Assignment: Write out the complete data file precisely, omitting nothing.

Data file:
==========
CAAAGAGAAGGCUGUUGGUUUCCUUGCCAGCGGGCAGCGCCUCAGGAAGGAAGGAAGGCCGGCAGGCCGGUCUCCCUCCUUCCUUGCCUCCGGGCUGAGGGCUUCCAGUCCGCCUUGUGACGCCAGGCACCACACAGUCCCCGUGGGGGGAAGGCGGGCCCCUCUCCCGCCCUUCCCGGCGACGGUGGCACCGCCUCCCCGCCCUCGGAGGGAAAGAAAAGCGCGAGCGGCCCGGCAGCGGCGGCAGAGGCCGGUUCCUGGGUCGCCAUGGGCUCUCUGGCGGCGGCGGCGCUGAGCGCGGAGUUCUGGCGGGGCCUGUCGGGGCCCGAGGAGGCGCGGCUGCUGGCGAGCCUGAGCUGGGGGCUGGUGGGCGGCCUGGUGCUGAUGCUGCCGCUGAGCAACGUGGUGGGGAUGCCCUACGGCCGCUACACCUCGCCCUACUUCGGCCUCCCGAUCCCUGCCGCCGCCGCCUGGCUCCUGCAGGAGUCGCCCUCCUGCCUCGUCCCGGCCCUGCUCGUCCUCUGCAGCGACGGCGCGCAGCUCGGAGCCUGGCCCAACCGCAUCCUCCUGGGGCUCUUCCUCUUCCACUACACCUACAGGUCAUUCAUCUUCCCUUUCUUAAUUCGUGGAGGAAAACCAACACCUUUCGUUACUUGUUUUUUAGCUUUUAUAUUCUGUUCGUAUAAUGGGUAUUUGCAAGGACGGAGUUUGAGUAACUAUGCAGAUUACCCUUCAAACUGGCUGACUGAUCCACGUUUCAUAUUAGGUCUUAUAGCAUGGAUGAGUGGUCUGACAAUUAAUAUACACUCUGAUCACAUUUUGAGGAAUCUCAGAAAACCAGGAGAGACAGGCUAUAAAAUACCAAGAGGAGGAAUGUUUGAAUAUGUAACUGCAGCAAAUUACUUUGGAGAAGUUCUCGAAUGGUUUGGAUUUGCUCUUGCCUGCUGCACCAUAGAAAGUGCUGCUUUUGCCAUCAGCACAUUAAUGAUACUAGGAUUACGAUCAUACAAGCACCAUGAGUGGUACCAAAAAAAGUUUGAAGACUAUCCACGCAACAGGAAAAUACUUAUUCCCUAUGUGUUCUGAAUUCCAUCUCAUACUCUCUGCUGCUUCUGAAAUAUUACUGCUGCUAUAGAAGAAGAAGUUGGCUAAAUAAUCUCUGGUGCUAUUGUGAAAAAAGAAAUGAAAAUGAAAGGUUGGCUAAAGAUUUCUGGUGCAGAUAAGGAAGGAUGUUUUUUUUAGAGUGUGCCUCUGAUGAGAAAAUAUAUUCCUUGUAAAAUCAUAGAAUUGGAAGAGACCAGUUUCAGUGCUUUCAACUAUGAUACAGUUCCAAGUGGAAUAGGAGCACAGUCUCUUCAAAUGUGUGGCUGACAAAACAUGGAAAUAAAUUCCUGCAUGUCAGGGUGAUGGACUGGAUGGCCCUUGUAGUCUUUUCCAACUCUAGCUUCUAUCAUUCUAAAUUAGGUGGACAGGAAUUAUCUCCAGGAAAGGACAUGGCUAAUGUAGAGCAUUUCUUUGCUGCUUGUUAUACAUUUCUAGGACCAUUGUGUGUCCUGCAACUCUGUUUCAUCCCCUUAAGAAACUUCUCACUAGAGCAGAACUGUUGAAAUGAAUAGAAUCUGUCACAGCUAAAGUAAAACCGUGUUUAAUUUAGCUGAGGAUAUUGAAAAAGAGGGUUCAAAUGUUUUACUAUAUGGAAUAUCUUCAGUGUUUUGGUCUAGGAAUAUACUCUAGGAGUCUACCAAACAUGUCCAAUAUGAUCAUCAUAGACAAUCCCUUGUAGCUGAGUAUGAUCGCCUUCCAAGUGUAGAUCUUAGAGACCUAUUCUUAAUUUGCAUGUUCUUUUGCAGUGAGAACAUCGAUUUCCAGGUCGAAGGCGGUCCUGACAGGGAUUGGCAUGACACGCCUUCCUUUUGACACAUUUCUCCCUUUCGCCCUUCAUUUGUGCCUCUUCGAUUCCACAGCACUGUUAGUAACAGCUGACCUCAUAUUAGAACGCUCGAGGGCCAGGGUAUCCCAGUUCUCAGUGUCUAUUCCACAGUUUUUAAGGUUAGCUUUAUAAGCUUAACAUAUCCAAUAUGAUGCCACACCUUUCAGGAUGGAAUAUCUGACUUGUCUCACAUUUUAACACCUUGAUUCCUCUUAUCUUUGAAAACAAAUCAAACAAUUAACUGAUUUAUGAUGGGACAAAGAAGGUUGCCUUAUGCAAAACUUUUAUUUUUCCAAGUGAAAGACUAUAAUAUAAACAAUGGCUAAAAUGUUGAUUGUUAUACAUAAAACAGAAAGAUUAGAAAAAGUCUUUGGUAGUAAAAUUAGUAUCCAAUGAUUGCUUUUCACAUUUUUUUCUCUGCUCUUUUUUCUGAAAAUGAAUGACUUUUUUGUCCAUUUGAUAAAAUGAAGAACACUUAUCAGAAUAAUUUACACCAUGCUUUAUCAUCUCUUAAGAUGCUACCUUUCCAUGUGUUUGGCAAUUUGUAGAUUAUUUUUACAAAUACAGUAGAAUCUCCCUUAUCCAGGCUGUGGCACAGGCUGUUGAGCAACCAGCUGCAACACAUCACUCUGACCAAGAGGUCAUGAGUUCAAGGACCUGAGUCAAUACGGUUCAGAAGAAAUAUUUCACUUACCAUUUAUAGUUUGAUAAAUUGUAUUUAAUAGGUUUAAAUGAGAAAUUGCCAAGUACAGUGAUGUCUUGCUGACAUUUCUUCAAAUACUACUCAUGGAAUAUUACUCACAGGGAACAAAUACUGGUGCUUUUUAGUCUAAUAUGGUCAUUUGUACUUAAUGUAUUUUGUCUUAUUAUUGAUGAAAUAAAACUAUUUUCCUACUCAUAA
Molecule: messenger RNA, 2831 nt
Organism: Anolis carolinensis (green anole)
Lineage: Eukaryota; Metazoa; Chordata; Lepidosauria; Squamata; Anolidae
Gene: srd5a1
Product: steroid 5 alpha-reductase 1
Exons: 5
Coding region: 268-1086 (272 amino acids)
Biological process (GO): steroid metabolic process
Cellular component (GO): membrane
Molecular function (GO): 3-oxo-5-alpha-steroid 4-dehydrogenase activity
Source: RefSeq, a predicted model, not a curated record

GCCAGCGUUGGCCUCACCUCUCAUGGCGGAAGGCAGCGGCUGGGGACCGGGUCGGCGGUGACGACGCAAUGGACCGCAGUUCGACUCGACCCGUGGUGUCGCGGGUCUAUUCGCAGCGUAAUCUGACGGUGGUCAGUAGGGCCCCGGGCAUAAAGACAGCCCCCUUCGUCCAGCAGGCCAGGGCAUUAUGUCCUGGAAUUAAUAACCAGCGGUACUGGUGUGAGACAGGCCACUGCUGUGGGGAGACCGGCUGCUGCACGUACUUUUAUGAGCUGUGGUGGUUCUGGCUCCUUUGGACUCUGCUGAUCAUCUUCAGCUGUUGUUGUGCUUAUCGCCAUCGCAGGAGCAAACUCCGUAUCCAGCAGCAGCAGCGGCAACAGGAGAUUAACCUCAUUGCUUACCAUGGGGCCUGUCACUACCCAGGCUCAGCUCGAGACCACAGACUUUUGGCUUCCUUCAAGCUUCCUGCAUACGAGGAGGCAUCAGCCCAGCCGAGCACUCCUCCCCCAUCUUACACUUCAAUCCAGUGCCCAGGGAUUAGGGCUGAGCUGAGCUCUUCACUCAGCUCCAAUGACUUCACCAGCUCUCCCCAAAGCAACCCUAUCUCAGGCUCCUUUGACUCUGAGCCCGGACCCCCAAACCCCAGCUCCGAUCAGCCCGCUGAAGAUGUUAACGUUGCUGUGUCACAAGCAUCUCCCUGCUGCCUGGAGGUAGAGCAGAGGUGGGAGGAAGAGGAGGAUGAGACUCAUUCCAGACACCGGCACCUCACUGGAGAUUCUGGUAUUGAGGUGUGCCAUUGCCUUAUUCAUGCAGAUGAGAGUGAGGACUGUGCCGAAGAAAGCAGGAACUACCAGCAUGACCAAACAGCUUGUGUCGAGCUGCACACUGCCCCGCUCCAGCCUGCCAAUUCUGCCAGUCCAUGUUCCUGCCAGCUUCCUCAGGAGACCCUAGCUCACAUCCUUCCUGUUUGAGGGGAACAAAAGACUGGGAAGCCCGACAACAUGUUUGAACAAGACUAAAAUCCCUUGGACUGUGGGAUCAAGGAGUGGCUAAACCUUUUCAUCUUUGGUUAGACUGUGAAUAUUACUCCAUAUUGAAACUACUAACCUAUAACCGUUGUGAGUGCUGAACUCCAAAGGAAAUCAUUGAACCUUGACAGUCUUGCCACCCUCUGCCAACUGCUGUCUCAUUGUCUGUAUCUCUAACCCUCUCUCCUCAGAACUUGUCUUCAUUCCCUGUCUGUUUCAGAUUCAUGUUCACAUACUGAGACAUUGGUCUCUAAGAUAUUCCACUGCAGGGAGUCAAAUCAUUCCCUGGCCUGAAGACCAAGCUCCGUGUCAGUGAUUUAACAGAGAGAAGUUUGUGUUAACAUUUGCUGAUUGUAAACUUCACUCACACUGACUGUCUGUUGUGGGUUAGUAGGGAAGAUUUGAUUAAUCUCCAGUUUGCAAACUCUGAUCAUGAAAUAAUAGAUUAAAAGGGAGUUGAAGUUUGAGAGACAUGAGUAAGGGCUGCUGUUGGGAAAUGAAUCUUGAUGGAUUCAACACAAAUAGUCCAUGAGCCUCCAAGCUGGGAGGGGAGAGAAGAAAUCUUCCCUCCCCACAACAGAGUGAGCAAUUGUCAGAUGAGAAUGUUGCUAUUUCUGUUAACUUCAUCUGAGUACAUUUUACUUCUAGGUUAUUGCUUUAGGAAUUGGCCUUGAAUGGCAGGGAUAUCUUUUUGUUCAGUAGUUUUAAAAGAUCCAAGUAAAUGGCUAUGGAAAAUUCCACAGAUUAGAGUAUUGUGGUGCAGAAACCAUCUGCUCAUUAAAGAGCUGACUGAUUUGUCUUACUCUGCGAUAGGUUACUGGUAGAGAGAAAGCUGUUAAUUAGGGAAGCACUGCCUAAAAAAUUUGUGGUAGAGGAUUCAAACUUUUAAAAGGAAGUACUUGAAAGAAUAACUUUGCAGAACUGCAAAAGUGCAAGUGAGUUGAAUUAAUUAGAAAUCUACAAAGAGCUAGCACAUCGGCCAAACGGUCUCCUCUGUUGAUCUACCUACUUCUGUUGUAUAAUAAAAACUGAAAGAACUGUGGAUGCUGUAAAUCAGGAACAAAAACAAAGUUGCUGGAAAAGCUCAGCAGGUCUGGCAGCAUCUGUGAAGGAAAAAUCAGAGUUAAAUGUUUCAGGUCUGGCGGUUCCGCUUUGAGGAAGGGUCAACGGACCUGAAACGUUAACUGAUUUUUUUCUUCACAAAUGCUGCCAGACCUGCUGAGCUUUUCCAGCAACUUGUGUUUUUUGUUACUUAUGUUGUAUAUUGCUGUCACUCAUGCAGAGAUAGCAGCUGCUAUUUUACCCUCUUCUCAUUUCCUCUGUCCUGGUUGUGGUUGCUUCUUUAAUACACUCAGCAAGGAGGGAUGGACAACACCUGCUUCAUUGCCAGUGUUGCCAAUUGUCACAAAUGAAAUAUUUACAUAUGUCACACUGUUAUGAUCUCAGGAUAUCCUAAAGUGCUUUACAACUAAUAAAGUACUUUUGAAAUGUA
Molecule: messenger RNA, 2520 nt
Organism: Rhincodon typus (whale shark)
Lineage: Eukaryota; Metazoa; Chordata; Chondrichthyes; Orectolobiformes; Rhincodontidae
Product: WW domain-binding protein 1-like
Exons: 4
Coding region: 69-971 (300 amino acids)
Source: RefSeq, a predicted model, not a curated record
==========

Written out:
CAAAGAGAAGGCUGUUGGUUUCCUUGCCAGCGGGCAGCGCCUCAGGAAGGAAGGAAGGCCGGCAGGCCGGUCUCCCUCCUUCCUUGCCUCCGGGCUGAGGGCUUCCAGUCCGCCUUGUGACGCCAGGCACCACACAGUCCCCGUGGGGGGAAGGCGGGCCCCUCUCCCGCCCUUCCCGGCGACGGUGGCACCGCCUCCCCGCCCUCGGAGGGAAAGAAAAGCGCGAGCGGCCCGGCAGCGGCGGCAGAGGCCGGUUCCUGGGUCGCCAUGGGCUCUCUGGCGGCGGCGGCGCUGAGCGCGGAGUUCUGGCGGGGCCUGUCGGGGCCCGAGGAGGCGCGGCUGCUGGCGAGCCUGAGCUGGGGGCUGGUGGGCGGCCUGGUGCUGAUGCUGCCGCUGAGCAACGUGGUGGGGAUGCCCUACGGCCGCUACACCUCGCCCUACUUCGGCCUCCCGAUCCCUGCCGCCGCCGCCUGGCUCCUGCAGGAGUCGCCCUCCUGCCUCGUCCCGGCCCUGCUCGUCCUCUGCAGCGACGGCGCGCAGCUCGGAGCCUGGCCCAACCGCAUCCUCCUGGGGCUCUUCCUCUUCCACUACACCUACAGGUCAUUCAUCUUCCCUUUCUUAAUUCGUGGAGGAAAACCAACACCUUUCGUUACUUGUUUUUUAGCUUUUAUAUUCUGUUCGUAUAAUGGGUAUUUGCAAGGACGGAGUUUGAGUAACUAUGCAGAUUACCCUUCAAACUGGCUGACUGAUCCACGUUUCAUAUUAGGUCUUAUAGCAUGGAUGAGUGGUCUGACAAUUAAUAUACACUCUGAUCACAUUUUGAGGAAUCUCAGAAAACCAGGAGAGACAGGCUAUAAAAUACCAAGAGGAGGAAUGUUUGAAUAUGUAACUGCAGCAAAUUACUUUGGAGAAGUUCUCGAAUGGUUUGGAUUUGCUCUUGCCUGCUGCACCAUAGAAAGUGCUGCUUUUGCCAUCAGCACAUUAAUGAUACUAGGAUUACGAUCAUACAAGCACCAUGAGUGGUACCAAAAAAAGUUUGAAGACUAUCCACGCAACAGGAAAAUACUUAUUCCCUAUGUGUUCUGAAUUCCAUCUCAUACUCUCUGCUGCUUCUGAAAUAUUACUGCUGCUAUAGAAGAAGAAGUUGGCUAAAUAAUCUCUGGUGCUAUUGUGAAAAAAGAAAUGAAAAUGAAAGGUUGGCUAAAGAUUUCUGGUGCAGAUAAGGAAGGAUGUUUUUUUUAGAGUGUGCCUCUGAUGAGAAAAUAUAUUCCUUGUAAAAUCAUAGAAUUGGAAGAGACCAGUUUCAGUGCUUUCAACUAUGAUACAGUUCCAAGUGGAAUAGGAGCACAGUCUCUUCAAAUGUGUGGCUGACAAAACAUGGAAAUAAAUUCCUGCAUGUCAGGGUGAUGGACUGGAUGGCCCUUGUAGUCUUUUCCAACUCUAGCUUCUAUCAUUCUAAAUUAGGUGGACAGGAAUUAUCUCCAGGAAAGGACAUGGCUAAUGUAGAGCAUUUCUUUGCUGCUUGUUAUACAUUUCUAGGACCAUUGUGUGUCCUGCAACUCUGUUUCAUCCCCUUAAGAAACUUCUCACUAGAGCAGAACUGUUGAAAUGAAUAGAAUCUGUCACAGCUAAAGUAAAACCGUGUUUAAUUUAGCUGAGGAUAUUGAAAAAGAGGGUUCAAAUGUUUUACUAUAUGGAAUAUCUUCAGUGUUUUGGUCUAGGAAUAUACUCUAGGAGUCUACCAAACAUGUCCAAUAUGAUCAUCAUAGACAAUCCCUUGUAGCUGAGUAUGAUCGCCUUCCAAGUGUAGAUCUUAGAGACCUAUUCUUAAUUUGCAUGUUCUUUUGCAGUGAGAACAUCGAUUUCCAGGUCGAAGGCGGUCCUGACAGGGAUUGGCAUGACACGCCUUCCUUUUGACACAUUUCUCCCUUUCGCCCUUCAUUUGUGCCUCUUCGAUUCCACAGCACUGUUAGUAACAGCUGACCUCAUAUUAGAACGCUCGAGGGCCAGGGUAUCCCAGUUCUCAGUGUCUAUUCCACAGUUUUUAAGGUUAGCUUUAUAAGCUUAACAUAUCCAAUAUGAUGCCACACCUUUCAGGAUGGAAUAUCUGACUUGUCUCACAUUUUAACACCUUGAUUCCUCUUAUCUUUGAAAACAAAUCAAACAAUUAACUGAUUUAUGAUGGGACAAAGAAGGUUGCCUUAUGCAAAACUUUUAUUUUUCCAAGUGAAAGACUAUAAUAUAAACAAUGGCUAAAAUGUUGAUUGUUAUACAUAAAACAGAAAGAUUAGAAAAAGUCUUUGGUAGUAAAAUUAGUAUCCAAUGAUUGCUUUUCACAUUUUUUUCUCUGCUCUUUUUUCUGAAAAUGAAUGACUUUUUUGUCCAUUUGAUAAAAUGAAGAACACUUAUCAGAAUAAUUUACACCAUGCUUUAUCAUCUCUUAAGAUGCUACCUUUCCAUGUGUUUGGCAAUUUGUAGAUUAUUUUUACAAAUACAGUAGAAUCUCCCUUAUCCAGGCUGUGGCACAGGCUGUUGAGCAACCAGCUGCAACACAUCACUCUGACCAAGAGGUCAUGAGUUCAAGGACCUGAGUCAAUACGGUUCAGAAGAAAUAUUUCACUUACCAUUUAUAGUUUGAUAAAUUGUAUUUAAUAGGUUUAAAUGAGAAAUUGCCAAGUACAGUGAUGUCUUGCUGACAUUUCUUCAAAUACUACUCAUGGAAUAUUACUCACAGGGAACAAAUACUGGUGCUUUUUAGUCUAAUAUGGUCAUUUGUACUUAAUGUAUUUUGUCUUAUUAUUGAUGAAAUAAAACUAUUUUCCUACUCAUAA
Molecule: messenger RNA, 2831 nt
Organism: Anolis carolinensis (green anole)
Lineage: Eukaryota; Metazoa; Chordata; Lepidosauria; Squamata; Anolidae
Gene: srd5a1
Product: steroid 5 alpha-reductase 1
Exons: 5
Coding region: 268-1086 (272 amino acids)
Biological process (GO): steroid metabolic process
Cellular component (GO): membrane
Molecular function (GO): 3-oxo-5-alpha-steroid 4-dehydrogenase activity
Source: RefSeq, a predicted model, not a curated record

GCCAGCGUUGGCCUCACCUCUCAUGGCGGAAGGCAGCGGCUGGGGACCGGGUCGGCGGUGACGACGCAAUGGACCGCAGUUCGACUCGACCCGUGGUGUCGCGGGUCUAUUCGCAGCGUAAUCUGACGGUGGUCAGUAGGGCCCCGGGCAUAAAGACAGCCCCCUUCGUCCAGCAGGCCAGGGCAUUAUGUCCUGGAAUUAAUAACCAGCGGUACUGGUGUGAGACAGGCCACUGCUGUGGGGAGACCGGCUGCUGCACGUACUUUUAUGAGCUGUGGUGGUUCUGGCUCCUUUGGACUCUGCUGAUCAUCUUCAGCUGUUGUUGUGCUUAUCGCCAUCGCAGGAGCAAACUCCGUAUCCAGCAGCAGCAGCGGCAACAGGAGAUUAACCUCAUUGCUUACCAUGGGGCCUGUCACUACCCAGGCUCAGCUCGAGACCACAGACUUUUGGCUUCCUUCAAGCUUCCUGCAUACGAGGAGGCAUCAGCCCAGCCGAGCACUCCUCCCCCAUCUUACACUUCAAUCCAGUGCCCAGGGAUUAGGGCUGAGCUGAGCUCUUCACUCAGCUCCAAUGACUUCACCAGCUCUCCCCAAAGCAACCCUAUCUCAGGCUCCUUUGACUCUGAGCCCGGACCCCCAAACCCCAGCUCCGAUCAGCCCGCUGAAGAUGUUAACGUUGCUGUGUCACAAGCAUCUCCCUGCUGCCUGGAGGUAGAGCAGAGGUGGGAGGAAGAGGAGGAUGAGACUCAUUCCAGACACCGGCACCUCACUGGAGAUUCUGGUAUUGAGGUGUGCCAUUGCCUUAUUCAUGCAGAUGAGAGUGAGGACUGUGCCGAAGAAAGCAGGAACUACCAGCAUGACCAAACAGCUUGUGUCGAGCUGCACACUGCCCCGCUCCAGCCUGCCAAUUCUGCCAGUCCAUGUUCCUGCCAGCUUCCUCAGGAGACCCUAGCUCACAUCCUUCCUGUUUGAGGGGAACAAAAGACUGGGAAGCCCGACAACAUGUUUGAACAAGACUAAAAUCCCUUGGACUGUGGGAUCAAGGAGUGGCUAAACCUUUUCAUCUUUGGUUAGACUGUGAAUAUUACUCCAUAUUGAAACUACUAACCUAUAACCGUUGUGAGUGCUGAACUCCAAAGGAAAUCAUUGAACCUUGACAGUCUUGCCACCCUCUGCCAACUGCUGUCUCAUUGUCUGUAUCUCUAACCCUCUCUCCUCAGAACUUGUCUUCAUUCCCUGUCUGUUUCAGAUUCAUGUUCACAUACUGAGACAUUGGUCUCUAAGAUAUUCCACUGCAGGGAGUCAAAUCAUUCCCUGGCCUGAAGACCAAGCUCCGUGUCAGUGAUUUAACAGAGAGAAGUUUGUGUUAACAUUUGCUGAUUGUAAACUUCACUCACACUGACUGUCUGUUGUGGGUUAGUAGGGAAGAUUUGAUUAAUCUCCAGUUUGCAAACUCUGAUCAUGAAAUAAUAGAUUAAAAGGGAGUUGAAGUUUGAGAGACAUGAGUAAGGGCUGCUGUUGGGAAAUGAAUCUUGAUGGAUUCAACACAAAUAGUCCAUGAGCCUCCAAGCUGGGAGGGGAGAGAAGAAAUCUUCCCUCCCCACAACAGAGUGAGCAAUUGUCAGAUGAGAAUGUUGCUAUUUCUGUUAACUUCAUCUGAGUACAUUUUACUUCUAGGUUAUUGCUUUAGGAAUUGGCCUUGAAUGGCAGGGAUAUCUUUUUGUUCAGUAGUUUUAAAAGAUCCAAGUAAAUGGCUAUGGAAAAUUCCACAGAUUAGAGUAUUGUGGUGCAGAAACCAUCUGCUCAUUAAAGAGCUGACUGAUUUGUCUUACUCUGCGAUAGGUUACUGGUAGAGAGAAAGCUGUUAAUUAGGGAAGCACUGCCUAAAAAAUUUGUGGUAGAGGAUUCAAACUUUUAAAAGGAAGUACUUGAAAGAAUAACUUUGCAGAACUGCAAAAGUGCAAGUGAGUUGAAUUAAUUAGAAAUCUACAAAGAGCUAGCACAUCGGCCAAACGGUCUCCUCUGUUGAUCUACCUACUUCUGUUGUAUAAUAAAAACUGAAAGAACUGUGGAUGCUGUAAAUCAGGAACAAAAACAAAGUUGCUGGAAAAGCUCAGCAGGUCUGGCAGCAUCUGUGAAGGAAAAAUCAGAGUUAAAUGUUUCAGGUCUGGCGGUUCCGCUUUGAGGAAGGGUCAACGGACCUGAAACGUUAACUGAUUUUUUUCUUCACAAAUGCUGCCAGACCUGCUGAGCUUUUCCAGCAACUUGUGUUUUUUGUUACUUAUGUUGUAUAUUGCUGUCACUCAUGCAGAGAUAGCAGCUGCUAUUUUACCCUCUUCUCAUUUCCUCUGUCCUGGUUGUGGUUGCUUCUUUAAUACACUCAGCAAGGAGGGAUGGACAACACCUGCUUCAUUGCCAGUGUUGCCAAUUGUCACAAAUGAAAUAUUUACAUAUGUCACACUGUUAUGAUCUCAGGAUAUCCUAAAGUGCUUUACAACUAAUAAAGUACUUUUGAAAUGUA
Molecule: messenger RNA, 2520 nt
Organism: Rhincodon typus (whale shark)
Lineage: Eukaryota; Metazoa; Chordata; Chondrichthyes; Orectolobiformes; Rhincodontidae
Product: WW domain-binding protein 1-like
Exons: 4
Coding region: 69-971 (300 amino acids)
Source: RefSeq, a predicted model, not a curated record